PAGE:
PRODUCTION & POST-PRODUCTION: Sound control

Pippa Considine looks at the realities of selecting the right soundtrack music for ads, and describes the ventures set up by advertising agencies to help curb the costs involved.

In an ideal world, every ad would be a Tony Kaye or Frank Budgen production, with unlimited access to state-of-the-art special effects and a sound track by The Beatles or The Stones, or even a specially commissioned piece by Robbie Williams.

In reality things are different, especially given the new century's ongoing recession. Not only can many established artists still be a bit snooty about featuring on commercials, but they are often very expensive.

Although clients generally understand the value of the music to the ad's creative whole, they also appreciate a bit of hard negotiation or smart thinking by their agency on any aspect of the budget.

One agency, Bartle Bogle Hegarty, boasts a particularly strong reputation for finding the right music for the right commercial. To make the most of its expertise, the agency recently launched a new music publishing division called Leap. One of the many practical motives for launching such a venture was to help to bring down some of the high costs that go hand in hand with sourcing backing music for commercials.

By cutting out the middleman - in this case the music production house - the agency can now buy original compositions at cheaper rates. It can also buy the rights to tracks from unsigned artists. BBH buys the copyright to music and licenses it to the client with a share in revenue streams.

This has the added advantage of simplifying the process. There's no need to go back to renegotiate at the end of an agreed term or for new territories.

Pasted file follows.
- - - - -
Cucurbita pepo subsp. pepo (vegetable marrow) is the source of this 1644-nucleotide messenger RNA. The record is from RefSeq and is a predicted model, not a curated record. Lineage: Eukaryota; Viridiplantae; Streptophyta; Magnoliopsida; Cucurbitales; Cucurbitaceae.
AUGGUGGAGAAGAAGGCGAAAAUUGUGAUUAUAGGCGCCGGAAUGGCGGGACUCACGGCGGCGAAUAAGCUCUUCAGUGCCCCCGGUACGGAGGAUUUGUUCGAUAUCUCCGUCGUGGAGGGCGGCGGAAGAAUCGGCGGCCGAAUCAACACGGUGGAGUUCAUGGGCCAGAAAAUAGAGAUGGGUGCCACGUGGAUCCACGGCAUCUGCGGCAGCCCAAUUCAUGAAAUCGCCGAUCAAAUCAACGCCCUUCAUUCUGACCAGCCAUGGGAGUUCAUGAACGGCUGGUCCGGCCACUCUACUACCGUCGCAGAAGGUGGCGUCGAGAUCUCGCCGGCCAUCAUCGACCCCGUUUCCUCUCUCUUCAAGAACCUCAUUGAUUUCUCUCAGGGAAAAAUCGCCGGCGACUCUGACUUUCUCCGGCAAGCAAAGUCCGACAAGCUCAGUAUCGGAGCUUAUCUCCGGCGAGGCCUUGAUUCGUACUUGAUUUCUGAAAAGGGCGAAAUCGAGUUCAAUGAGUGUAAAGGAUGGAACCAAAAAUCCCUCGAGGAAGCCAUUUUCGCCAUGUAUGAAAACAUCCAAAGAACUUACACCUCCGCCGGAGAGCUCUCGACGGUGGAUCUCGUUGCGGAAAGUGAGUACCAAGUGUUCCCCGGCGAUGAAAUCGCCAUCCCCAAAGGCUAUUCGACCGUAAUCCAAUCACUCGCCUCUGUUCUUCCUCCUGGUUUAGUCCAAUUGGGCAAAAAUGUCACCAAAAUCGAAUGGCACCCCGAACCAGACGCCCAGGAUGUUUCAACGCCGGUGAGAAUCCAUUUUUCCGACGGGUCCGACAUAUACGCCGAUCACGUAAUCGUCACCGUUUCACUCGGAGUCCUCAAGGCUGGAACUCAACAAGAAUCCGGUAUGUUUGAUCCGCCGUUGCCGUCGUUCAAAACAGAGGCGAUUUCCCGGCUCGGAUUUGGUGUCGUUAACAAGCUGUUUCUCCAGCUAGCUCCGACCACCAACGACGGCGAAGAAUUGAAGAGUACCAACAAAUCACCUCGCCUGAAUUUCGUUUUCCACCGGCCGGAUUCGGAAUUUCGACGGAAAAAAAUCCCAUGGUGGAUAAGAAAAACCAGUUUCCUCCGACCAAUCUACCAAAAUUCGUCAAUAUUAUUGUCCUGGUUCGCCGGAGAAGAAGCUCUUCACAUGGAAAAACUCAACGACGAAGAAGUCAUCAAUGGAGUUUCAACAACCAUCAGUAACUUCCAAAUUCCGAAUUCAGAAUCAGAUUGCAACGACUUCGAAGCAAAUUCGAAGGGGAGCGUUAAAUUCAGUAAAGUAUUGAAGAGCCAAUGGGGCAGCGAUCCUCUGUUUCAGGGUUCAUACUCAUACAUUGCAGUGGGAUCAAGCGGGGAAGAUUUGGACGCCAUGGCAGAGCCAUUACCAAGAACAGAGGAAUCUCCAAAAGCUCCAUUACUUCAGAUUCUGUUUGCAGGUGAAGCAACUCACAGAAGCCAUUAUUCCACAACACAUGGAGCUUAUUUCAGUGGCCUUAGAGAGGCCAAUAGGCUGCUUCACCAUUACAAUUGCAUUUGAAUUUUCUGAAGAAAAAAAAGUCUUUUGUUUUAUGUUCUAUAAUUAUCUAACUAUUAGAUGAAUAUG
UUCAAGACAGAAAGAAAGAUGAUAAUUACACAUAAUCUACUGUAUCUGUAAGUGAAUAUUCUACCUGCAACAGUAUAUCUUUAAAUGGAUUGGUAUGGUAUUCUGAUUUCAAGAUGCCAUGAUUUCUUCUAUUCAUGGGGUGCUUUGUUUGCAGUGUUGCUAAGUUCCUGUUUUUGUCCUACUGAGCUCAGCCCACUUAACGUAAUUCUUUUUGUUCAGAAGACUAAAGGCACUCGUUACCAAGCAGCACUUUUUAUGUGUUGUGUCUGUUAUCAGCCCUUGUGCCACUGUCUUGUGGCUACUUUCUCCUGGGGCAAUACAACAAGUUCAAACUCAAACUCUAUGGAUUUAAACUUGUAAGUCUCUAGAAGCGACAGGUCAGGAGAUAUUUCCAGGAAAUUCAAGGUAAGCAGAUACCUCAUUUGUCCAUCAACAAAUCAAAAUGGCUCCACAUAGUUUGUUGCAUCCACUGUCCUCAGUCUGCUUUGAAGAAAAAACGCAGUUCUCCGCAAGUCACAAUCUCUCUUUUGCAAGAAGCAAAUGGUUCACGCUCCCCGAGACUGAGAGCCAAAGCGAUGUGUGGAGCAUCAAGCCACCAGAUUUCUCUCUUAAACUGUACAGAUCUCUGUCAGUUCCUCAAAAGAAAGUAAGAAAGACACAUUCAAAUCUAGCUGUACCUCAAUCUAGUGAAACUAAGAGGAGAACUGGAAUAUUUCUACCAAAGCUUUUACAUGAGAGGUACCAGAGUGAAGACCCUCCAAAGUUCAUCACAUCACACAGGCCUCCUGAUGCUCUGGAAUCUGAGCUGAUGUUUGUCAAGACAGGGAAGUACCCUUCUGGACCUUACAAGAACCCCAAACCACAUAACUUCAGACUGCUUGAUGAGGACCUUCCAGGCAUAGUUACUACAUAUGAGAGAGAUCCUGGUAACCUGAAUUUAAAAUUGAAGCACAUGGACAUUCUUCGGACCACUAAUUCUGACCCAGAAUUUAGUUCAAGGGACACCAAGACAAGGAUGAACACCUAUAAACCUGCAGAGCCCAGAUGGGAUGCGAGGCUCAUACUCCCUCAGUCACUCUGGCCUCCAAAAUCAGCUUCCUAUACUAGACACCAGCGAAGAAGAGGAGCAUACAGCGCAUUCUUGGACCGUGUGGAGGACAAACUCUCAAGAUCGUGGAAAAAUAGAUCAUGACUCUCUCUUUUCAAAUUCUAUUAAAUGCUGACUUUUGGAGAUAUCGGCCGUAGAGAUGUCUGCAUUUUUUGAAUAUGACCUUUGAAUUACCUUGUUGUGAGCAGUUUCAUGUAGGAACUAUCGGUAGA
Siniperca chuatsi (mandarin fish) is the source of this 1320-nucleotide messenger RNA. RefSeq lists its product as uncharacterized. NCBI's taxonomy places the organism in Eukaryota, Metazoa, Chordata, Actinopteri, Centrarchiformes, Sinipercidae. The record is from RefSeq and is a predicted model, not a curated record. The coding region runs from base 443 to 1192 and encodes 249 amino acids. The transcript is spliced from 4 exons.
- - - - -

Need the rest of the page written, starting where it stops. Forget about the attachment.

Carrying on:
It also helps that, as the agency, they know more accurately what the usage will be.

Leap was designed by Frances Royle, the head of TV production at BBH, together with the division's managing director, Richard Kirstein, who was formerly the head of film,TV and media at Zomba Records. Kirstein's experience can also have a direct cost-saving effect. "Because he's been on the other side, he knows the games they play," Royle explains.

BBH has a track record on hand to help drive a harder bargain. Apart from the infamous hit tracks from the Levi's ads, the agency recently produced the Lynx Pulse ad, which saw the classic 80s club remix used in the spot go to number one in the charts for four weeks. The track release was carefully synchronised with the timing of the ad. "We actually managed to plan that one,"Royle says.

Leap works with a core of composers and is always on the lookout for other opportunities, but that doesn't necessarily help if what's wanted by the team is an existing piece of music. "You still get them saying that they want to use a particular track," Royle says. Leap can bring its experience to bear in negotiating for a track, but if the cost is still excessive it can find composers to come up with something similar instead.

Although times are hard and some artists can be sniffy about their tune being used as a soundtrack for an ad, most agencies still like to begin the creative process with a feeling of carte blanche when it comes to the choice of music.